New leader pledges better team

Sweger plans to rebuild Port baseball into a winner

AIDEN DROTZUR (right) is expected to be contribute heavily to the success of Port Washington High School’s baseball team this season. Photo by Mitch Maersch
Ozaukee Press staff

This isn’t the Port Washington High School baseball team of years past.

It can’t be, said new coach Brett Sweger, who has never played on a team that finished below .500 and as a coach has helped turn teams from doormats into winners.

Sweger’s last coaching job was an assistant with the Lakeridge High School team in Lake Oswego, Ore. The team was ranked No. 7 in the state.

Sweger, a star high school player who started all four years at Beloit Turner, played at three different colleges and finished third in a junior college home run derby, has won wherever he has been.

Sweger played one year at Kirkwood Community College in Iowa, then played at Madison College in Wisconsin. There, he started in left field and helped lead the team to the National Junior College Athletic Association World Series before earning a scholarship to Creighton University in Nebraska, which competes in Division 1.

He was junior varsity coach at Beloit Memorial and helped turn the program around to advance to the 2017 state semifinal.

He once taught high school English and now balances a real estate job in Portland while living part of the year in Whitefish Bay.

When Sweger, a complete outsider, was hired for the job in Port, he did a little research.

“The records were unbelievable,” he said.

Port finished regularly last in the North Shore Conference in the last 20 years. Sweger didn’t look back any further and has been transparent with the team and administration from the start.

“This whole thing is broken,” Sweger said.

“It stops here. We’ve got to fix this. I’ve been associated with the program for three weeks and I’m embarrassed.”

Sweger has had to wait to start his repair work. He was hired last year but didn’t get to do much with the team since the season was canceled due to the Covid-19 pandemic.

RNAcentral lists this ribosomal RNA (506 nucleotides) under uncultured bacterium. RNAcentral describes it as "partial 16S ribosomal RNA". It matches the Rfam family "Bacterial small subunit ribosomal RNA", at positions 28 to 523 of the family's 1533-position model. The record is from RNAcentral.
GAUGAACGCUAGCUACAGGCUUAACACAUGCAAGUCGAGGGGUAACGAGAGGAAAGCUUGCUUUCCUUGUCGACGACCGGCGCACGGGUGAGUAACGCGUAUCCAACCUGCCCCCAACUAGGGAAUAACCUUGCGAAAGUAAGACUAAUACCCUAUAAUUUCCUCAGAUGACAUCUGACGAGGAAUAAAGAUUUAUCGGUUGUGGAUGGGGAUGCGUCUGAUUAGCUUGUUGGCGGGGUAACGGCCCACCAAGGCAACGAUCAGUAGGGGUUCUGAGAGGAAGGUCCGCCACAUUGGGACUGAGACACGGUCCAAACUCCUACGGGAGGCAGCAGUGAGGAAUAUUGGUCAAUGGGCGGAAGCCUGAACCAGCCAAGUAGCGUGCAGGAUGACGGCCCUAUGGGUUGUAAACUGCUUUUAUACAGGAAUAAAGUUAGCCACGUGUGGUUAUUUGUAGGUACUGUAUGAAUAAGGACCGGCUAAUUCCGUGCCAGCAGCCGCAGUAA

“You don’t take it for granted the second time around,” he said.

Now, as teams return to action this week, Sweger said the mood has already changed. A home scrimmage against Ozaukee on Saturday garnered fans, both parents and students.

“How about the energy in the ballpark?” Sweger said.

“The school is starting to buzz. We had a really good turnout for the scrimmage. The program is in a really good direction after a long time of not being in the right direction.”

When he saw Port’s records, he expected to find a team lacking talent but was pleasantly surprised. The approach, however, had to be adjusted.

“The seniors last year didn’t have a track record of success in any sport,” Sweger said. “The entire mantra for the juniors and seniors was it’s not cool to try. They tried before and lost. I don’t think they knew how to respond and get off the mat.”

He said he first has to prove to players that he cares about them. Adolescents, he said, need six positive affirmations for every one piece of constructive criticism.

“They need to know how much you care about them for weeks on end before they buy in to your program,” he said.

Sweger’s goal each practice is for every player to get 200 swings and 200 defensive reps.

He wants his players to leave at 7:01 p.m. better than when they came in at 4:59 p.m.

The plan has been working.

“We went from zero to 100 in three and a half weeks,” he said.

Sweger said he talks to senior Joe Yandry for 10 minutes at every practice.

“‘How good does it feel to know you’re never going to be in this program again and win four games?’” he asked.

Sweger already pulled one player back from leaving for another program.

“Relationships come easy to me. Leadership comes easy to me,” he said.

“I think Port Washington needed me and I needed Port Washington. They just needed someone to come in and say, ‘I believe in you.’”

Among some of the top players is Aiden Drotzur, who can catch, pitch and play other positions.

“Aiden is going to play really good college baseball,” Sweger said.

Hudson Deal, he said, has already agreed to play at Sauk Valley Community College and “looks like one of the best shortstops in the state” who is “hitting moonshots.”

Infielder and pitcher Brayden Thompson, he said, could play at a Division 2 college and has been talking about what types of schools he wants to attend.

Patrick Lippe will play center and lead off.

A host of players will take the mound.

“We have good arms,” Sweger said.

His plan is for everyone to pitch one to three innings this week before he starts to extend their workloads.

Port was scheduled to host Whitefish Bay on Tuesday. The Pirates play at Hartford at 5 p.m. Friday, at West Bend East at 5 p.m. Monday, May 3, and at Slinger at 5 p.m. Wednesday, May 5.



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Ozaukee Press

Wisconsin’s largest paid circulation community weekly newspaper. Serving Port Washington, Saukville, Grafton, Fredonia, Belgium, as well as Ozaukee County government. Locally owned and printed in Port Washington, Wisconsin.

125 E. Main St.
Port Washington, WI 53074
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